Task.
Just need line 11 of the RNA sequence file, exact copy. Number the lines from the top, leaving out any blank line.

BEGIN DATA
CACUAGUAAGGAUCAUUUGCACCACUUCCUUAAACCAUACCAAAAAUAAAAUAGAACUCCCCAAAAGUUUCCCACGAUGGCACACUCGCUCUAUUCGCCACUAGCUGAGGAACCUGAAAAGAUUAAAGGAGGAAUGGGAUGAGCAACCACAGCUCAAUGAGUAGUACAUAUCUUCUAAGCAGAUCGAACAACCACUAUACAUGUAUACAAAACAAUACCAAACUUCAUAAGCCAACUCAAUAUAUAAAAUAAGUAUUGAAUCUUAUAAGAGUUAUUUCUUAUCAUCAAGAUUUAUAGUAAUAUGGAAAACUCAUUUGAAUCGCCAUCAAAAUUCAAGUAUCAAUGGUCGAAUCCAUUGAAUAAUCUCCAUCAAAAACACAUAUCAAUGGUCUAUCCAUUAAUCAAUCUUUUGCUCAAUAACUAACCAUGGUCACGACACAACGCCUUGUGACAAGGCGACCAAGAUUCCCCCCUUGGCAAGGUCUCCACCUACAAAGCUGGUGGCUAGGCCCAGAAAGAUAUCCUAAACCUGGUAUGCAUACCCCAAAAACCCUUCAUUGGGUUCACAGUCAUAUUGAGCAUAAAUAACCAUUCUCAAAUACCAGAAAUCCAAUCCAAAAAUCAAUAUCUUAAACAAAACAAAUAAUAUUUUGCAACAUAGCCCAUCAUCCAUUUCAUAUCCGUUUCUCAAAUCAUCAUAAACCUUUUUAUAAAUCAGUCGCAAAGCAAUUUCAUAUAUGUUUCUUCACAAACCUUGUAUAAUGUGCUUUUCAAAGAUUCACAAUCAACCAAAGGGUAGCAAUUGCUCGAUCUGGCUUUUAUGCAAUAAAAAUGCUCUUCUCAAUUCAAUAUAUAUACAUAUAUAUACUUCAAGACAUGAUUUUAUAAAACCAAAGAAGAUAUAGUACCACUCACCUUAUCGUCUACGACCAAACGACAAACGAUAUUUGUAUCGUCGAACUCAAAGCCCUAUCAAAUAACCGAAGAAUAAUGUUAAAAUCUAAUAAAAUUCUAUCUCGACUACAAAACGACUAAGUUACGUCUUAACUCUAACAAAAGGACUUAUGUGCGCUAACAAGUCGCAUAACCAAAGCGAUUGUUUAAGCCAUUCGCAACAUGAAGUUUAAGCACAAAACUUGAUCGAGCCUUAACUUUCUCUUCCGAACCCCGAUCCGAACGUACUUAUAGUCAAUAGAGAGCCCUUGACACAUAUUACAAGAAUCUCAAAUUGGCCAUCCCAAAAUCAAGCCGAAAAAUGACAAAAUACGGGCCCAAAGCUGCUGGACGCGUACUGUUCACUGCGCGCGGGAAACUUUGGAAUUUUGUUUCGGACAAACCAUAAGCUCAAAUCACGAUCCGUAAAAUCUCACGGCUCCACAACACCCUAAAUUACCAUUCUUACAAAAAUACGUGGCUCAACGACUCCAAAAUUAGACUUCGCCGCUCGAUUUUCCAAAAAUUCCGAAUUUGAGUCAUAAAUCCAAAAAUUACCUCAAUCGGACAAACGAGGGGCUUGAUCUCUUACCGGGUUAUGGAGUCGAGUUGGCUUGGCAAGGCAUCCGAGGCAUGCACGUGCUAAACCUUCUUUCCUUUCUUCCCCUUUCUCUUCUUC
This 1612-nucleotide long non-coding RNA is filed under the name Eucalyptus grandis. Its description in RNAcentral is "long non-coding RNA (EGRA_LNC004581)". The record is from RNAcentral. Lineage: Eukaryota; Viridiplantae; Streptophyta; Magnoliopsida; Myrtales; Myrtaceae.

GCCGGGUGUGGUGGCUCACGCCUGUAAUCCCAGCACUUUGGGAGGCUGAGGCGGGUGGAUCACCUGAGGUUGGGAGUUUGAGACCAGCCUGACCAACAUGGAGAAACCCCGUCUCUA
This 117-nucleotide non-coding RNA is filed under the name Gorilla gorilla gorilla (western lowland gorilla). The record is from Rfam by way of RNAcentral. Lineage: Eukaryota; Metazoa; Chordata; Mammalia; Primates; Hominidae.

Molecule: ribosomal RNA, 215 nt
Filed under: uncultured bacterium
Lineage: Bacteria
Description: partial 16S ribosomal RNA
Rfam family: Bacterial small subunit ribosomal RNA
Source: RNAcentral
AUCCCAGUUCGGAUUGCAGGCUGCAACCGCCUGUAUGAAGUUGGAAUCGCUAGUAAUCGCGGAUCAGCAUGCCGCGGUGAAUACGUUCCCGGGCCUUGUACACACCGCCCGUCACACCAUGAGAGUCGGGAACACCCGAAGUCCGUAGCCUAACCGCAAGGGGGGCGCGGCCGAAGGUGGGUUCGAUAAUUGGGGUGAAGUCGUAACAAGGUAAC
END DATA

AUCCCAGUUCGGAUUGCAGGCUGCAACCGCCUGUAUGAAGUUGGAAUCGCUAGUAAUCGCGGAUCAGCAUGCCGCGGUGAAUACGUUCCCGGGCCUUGUACACACCGCCCGUCACACCAUGAGAGUCGGGAACACCCGAAGUCCGUAGCCUAACCGCAAGGGGGGCGCGGCCGAAGGUGGGUUCGAUAAUUGGGGUGAAGUCGUAACAAGGUAAC